Book - Dead Famous
Dead famous by Ben Elton
"Dead Famous" is both a scathing parody of the "Big Brother"-style reality TV show and a potboiler of a murder mystery. It's also one of the best page-turners I've ever read. You meet the ten "inmates" in the trash-TV show "House Arrest Three" at the very beginning, and find out that a murder occurs on the set under the watchful eye of the cameras, but the identity of the victim isn't even revealed until halfway through the book. The killer, of course, is not revealed until the end of the book. So the book reads very fast -- I finished it in a couple of days -- partly because author Ben Elton parcels out the revelations at just the right intervals to keep you hooked.
But Elton's main reason to write the book is so he can wickedly skewer the kind of people who pursue fame on reality TV shows, as well as the adoring fans who lap up the idiocy as long as it's "good telly". I'd fault Elton for being so misanthropic if I didn't agree with him. The author's spokesman in the novel is the policeman heading the murder case, a traditional old fogey who complains constantly about having to watch the "House Arrest" tapes for clues. The policeman's unhipness is also a source of humor in the book, so it seems like Elton can also make fun of himself in the midst of his moral outrage. I especially enjoyed his mockery of the Minister of Culture, who appears on a TV program to emphasize how the government supports quality programs like "House Arrest", because we have to listen to young people and give them what they want, because they are our future. Elton's exciting murder mystery is a fancy wrapper around a bitter piece of candy.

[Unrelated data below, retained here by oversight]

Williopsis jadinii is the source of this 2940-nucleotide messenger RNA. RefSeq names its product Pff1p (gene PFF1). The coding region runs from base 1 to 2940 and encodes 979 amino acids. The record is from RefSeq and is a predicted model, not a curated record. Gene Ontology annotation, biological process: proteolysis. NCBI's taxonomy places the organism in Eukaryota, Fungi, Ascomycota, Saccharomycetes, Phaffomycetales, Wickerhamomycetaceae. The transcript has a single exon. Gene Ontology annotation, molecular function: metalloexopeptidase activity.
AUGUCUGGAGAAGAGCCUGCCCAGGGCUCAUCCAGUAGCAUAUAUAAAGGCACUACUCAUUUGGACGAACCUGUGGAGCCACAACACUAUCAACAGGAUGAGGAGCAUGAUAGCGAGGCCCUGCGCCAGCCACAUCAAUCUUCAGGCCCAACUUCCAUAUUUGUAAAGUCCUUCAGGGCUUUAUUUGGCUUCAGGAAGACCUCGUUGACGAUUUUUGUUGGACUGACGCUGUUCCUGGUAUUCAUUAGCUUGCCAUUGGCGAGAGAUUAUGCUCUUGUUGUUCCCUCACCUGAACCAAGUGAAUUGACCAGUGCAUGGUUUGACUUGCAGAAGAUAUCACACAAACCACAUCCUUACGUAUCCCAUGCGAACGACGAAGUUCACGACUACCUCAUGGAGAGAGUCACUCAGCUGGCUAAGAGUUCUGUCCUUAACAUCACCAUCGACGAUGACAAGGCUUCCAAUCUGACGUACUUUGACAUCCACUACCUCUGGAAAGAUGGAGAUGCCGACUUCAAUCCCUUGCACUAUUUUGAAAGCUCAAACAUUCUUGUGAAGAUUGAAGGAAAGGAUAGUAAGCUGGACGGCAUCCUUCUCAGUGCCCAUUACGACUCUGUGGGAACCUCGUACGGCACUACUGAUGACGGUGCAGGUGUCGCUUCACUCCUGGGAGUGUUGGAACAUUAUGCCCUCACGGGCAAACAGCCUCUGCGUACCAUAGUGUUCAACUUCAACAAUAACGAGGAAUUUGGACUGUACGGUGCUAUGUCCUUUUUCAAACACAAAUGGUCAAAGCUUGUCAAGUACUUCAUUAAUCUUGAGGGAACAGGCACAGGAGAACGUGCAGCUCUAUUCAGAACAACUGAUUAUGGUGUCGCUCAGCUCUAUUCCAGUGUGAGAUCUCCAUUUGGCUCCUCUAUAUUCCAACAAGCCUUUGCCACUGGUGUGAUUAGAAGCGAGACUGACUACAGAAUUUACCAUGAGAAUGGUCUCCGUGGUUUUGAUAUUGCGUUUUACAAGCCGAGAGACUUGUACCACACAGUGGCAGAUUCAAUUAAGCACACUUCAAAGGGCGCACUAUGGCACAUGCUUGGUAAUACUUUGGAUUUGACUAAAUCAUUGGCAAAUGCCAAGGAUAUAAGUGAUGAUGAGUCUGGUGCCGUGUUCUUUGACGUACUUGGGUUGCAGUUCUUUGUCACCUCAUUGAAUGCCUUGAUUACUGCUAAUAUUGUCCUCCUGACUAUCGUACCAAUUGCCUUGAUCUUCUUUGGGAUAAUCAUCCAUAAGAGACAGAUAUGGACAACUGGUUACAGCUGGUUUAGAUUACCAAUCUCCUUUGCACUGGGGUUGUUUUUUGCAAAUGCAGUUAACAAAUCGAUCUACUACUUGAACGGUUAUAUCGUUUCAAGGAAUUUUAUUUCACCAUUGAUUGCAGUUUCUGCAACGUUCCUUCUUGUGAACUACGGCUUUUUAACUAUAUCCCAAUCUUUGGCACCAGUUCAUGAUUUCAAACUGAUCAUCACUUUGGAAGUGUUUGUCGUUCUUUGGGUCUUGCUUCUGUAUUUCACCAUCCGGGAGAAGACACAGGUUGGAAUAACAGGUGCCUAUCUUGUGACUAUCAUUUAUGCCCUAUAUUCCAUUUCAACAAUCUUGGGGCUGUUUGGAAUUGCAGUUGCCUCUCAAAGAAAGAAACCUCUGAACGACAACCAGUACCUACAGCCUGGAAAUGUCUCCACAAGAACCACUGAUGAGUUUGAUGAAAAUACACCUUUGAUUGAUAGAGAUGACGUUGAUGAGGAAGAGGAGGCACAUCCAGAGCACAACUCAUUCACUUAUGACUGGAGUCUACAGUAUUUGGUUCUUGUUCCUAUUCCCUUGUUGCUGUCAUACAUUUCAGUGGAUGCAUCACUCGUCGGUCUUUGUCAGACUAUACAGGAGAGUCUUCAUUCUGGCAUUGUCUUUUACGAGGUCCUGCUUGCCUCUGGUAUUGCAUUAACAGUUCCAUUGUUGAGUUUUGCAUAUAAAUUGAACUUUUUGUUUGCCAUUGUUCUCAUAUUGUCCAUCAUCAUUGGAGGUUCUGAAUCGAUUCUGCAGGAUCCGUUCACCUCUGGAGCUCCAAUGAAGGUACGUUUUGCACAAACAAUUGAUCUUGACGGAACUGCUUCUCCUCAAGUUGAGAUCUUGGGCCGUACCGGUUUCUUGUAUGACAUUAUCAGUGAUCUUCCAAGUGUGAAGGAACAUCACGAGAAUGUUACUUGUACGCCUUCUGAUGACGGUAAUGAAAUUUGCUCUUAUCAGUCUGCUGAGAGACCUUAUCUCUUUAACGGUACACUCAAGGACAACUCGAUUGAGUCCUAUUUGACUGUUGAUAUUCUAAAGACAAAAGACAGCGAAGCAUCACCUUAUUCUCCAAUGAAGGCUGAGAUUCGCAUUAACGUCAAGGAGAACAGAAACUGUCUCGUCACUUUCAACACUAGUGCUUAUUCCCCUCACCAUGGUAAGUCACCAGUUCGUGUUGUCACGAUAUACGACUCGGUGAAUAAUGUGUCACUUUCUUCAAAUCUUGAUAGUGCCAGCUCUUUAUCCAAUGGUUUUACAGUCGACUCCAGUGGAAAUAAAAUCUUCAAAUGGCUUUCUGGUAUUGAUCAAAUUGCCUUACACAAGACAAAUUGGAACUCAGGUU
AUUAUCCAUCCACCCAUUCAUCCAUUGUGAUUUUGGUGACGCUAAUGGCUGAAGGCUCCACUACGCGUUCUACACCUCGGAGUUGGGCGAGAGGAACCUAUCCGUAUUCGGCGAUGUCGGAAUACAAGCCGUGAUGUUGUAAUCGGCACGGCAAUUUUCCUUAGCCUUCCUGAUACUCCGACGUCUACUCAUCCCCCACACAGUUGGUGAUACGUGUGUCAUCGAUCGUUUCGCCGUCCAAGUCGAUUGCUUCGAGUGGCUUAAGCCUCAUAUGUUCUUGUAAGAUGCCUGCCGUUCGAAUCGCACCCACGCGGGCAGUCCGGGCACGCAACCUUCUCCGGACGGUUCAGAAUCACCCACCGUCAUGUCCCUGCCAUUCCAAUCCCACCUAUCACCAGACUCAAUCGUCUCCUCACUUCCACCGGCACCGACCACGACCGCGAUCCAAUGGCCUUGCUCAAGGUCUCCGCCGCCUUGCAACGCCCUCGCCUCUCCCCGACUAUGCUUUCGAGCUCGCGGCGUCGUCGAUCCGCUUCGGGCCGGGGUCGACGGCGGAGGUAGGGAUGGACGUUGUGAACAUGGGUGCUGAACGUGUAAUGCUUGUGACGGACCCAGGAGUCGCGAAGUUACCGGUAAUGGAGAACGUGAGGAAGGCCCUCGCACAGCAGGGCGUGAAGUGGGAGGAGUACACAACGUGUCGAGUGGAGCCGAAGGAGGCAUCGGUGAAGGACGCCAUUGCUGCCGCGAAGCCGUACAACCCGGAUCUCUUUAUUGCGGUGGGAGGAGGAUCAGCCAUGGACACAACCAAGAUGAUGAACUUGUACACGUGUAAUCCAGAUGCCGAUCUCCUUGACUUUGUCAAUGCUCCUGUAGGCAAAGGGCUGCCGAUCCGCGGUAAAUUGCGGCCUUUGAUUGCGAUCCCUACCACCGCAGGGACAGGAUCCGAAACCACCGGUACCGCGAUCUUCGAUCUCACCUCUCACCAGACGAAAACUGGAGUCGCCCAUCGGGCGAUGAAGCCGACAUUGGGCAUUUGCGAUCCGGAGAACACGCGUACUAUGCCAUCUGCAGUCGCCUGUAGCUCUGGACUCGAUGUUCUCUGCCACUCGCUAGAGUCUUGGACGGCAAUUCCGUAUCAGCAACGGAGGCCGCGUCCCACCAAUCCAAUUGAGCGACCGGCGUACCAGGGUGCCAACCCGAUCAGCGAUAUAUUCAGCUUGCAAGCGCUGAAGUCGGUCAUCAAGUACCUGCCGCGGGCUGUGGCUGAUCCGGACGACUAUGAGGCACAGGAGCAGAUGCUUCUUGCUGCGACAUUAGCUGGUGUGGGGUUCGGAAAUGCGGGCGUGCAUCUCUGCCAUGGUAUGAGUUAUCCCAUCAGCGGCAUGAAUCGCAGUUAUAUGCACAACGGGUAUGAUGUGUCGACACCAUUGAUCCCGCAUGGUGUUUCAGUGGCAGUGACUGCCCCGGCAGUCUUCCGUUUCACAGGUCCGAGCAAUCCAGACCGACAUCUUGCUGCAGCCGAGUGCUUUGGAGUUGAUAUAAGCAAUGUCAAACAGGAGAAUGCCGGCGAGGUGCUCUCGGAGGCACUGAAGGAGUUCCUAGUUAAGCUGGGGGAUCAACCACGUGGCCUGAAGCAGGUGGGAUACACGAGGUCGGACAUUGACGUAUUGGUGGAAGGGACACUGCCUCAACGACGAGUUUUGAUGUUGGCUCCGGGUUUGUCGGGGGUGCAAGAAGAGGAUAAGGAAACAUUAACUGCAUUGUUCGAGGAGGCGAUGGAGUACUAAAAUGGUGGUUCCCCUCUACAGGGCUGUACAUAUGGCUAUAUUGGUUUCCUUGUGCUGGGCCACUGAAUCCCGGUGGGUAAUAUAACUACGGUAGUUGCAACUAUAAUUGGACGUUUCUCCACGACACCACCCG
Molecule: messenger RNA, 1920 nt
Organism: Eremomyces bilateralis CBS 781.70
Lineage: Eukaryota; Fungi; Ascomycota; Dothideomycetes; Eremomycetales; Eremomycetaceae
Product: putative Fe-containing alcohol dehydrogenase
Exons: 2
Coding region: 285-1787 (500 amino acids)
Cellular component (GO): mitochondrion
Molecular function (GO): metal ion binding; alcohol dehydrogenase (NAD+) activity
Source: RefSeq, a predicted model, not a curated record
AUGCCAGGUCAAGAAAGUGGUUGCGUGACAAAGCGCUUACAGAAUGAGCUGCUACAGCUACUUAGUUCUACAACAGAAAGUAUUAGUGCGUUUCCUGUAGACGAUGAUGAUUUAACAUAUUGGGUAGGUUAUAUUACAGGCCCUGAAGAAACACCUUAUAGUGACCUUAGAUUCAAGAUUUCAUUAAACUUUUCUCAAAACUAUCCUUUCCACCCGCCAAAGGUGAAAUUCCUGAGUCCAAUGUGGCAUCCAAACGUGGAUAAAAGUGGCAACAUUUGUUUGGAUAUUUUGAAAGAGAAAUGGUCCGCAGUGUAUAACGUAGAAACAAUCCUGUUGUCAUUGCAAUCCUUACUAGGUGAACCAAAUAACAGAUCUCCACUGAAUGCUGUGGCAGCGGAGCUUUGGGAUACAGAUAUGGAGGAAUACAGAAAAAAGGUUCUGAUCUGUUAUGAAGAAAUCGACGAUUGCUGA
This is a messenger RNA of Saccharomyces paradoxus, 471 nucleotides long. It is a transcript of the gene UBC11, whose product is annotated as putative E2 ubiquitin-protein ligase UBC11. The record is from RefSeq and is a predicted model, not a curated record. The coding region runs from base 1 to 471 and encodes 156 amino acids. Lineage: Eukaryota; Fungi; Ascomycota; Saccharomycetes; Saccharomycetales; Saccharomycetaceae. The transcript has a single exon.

The book is funny as well -- the program's participants are a believeable array of twentysomethings looking to jumpstart a career or promote a cause by making a name for themselves on camera. Their vacuous language and touching gullibility ring true throughout the book, as is the fickle nature of the viewing public's favor. The whole package ends up being quite enjoyable. It goes by a bit TOO fast perhaps, and the novel pretty much plays just one note about the inanity of popular youth culture, but the message is well-taken and the murder mystery makes the medicine go down smoothly.